Beyond Strong: Two breast cancer survivors share their fight

Marlene Wexler

After battling breast cancer three times, you might think Marlene Wexler wouldn’t have any fight left to give. But you’d be wrong. This 72-year-old Brooklyn Park weight lifter is anything but down on her own luck. “I always say, ‘You can give up, you can give in, or you can give it all you’ve got,’” she says. Marlene, who survived her first cancer diagnosis in 1999, began training with Jason Burgoon about a decade ago after she spent a “miserable” stint in a nursing home following knee replacement surgery. Marlene admitted she was skeptical about hiring a personal trainer, but says after meeting and talking with Jason, she knew she was in the right place. Jason recalls their first meeting: “I saw a motivated woman who knew what she wanted, but she had no idea how to get there or what she could do with her body,” he says. Within six months, Marlene had lost 50 pounds with regular exercise, training, and better eating habits.

As if that wasn’t encouragement enough, Jason encouraged Marlene to up her game by introducing her to deadlifting. “I just fell in love with it,” she says. “I got used to being strong and once I started lifting, it was like a big high, like finishing a marathon.” She began competing locally in 2010, but soon advanced to national and world competitions, where she often came home with trophies.

When she was diagnosed with cancer again in 2013 and underwent surgery in June, she was betting her doctor wouldn’t allow her to lift for the rest of the year. But just three weeks later, she competed locally. Then just a month after weeks of radiation, she traveled to Las Vegas for the World Association of Bencher and Deadlifters’ competition. At 68, she lifted 275 pounds—more than she ever had before. An emotional reward came soon after when she became the first recipient of the Joe Pablo Courage Award during the meet. The announcer praised her for her accomplishments—fighting breast cancer twice, losing 80 pounds since working out with her trainer, and her lifting achievements. He also applauded her strength, both mentally and physically, “She kicked butt,” the presenter said as he gave Marlene the award.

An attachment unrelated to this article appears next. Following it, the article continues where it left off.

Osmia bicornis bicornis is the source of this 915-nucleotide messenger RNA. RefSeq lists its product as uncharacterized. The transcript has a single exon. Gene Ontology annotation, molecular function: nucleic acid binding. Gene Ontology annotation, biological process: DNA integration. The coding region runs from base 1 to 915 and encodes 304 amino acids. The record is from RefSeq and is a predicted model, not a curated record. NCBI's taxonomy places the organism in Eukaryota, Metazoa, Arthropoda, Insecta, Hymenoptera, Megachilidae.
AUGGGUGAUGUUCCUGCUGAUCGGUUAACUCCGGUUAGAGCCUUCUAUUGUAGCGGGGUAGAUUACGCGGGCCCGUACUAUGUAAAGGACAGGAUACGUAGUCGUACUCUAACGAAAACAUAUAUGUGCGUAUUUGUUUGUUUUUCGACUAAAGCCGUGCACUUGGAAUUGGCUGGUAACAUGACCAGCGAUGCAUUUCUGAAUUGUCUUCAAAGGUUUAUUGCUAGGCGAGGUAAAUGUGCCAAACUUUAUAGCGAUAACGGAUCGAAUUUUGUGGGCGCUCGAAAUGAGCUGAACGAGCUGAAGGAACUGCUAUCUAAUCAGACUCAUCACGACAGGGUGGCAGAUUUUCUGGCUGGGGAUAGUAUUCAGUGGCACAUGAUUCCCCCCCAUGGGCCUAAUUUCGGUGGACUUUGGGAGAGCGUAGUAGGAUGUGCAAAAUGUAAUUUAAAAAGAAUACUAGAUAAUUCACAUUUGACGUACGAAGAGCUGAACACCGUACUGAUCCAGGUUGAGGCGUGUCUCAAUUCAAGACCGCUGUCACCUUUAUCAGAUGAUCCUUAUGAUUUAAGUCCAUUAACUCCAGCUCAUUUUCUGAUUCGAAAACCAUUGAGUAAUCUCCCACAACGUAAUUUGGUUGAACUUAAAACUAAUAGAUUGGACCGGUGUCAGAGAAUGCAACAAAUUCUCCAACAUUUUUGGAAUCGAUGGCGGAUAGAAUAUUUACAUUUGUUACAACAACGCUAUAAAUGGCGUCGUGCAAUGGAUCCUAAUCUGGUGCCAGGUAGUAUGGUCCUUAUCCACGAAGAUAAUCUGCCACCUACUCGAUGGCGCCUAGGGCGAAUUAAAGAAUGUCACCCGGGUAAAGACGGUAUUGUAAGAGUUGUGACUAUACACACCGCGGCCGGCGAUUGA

Then, in 2017, Marlene again was diagnosed with cancer. She had a mastectomy, but just a few months later competed in a local lifting meet. She credits Jason, now her bench coach, and Aldon Tibbs, who trains her in deadlifting. “They keep me going,” she says, adding with a laugh, “I keep both of them active.”

Marlene also keeps the medical community on its toes. During a routine bone exam, the technician thought there was something wrong with the machine because it showed Marlene’s bone density had improved so dramatically. When she had her knee replaced, she was close to the 2.0 mark, which is considered as significant bone loss. During her exam, she registered .8, even better than the 1.0 normal range. “It shows how much lifting can improve bone density,” she says.

Despite the third cancer diagnosis, plus ongoing medical issues with skin cancer removal, Marlene has no intention of giving up. There’s no room for pity, she says. In fact, there’s barely enough room for the awards she continues to rack up. When pressed on the number of trophies and medals she has, Marlene estimates it to be about 50, which she keeps in a curio cabinet at home: “People who come over for the first time assume the trophies are my husband’s,” she laughs. “He gets a kick out of that.”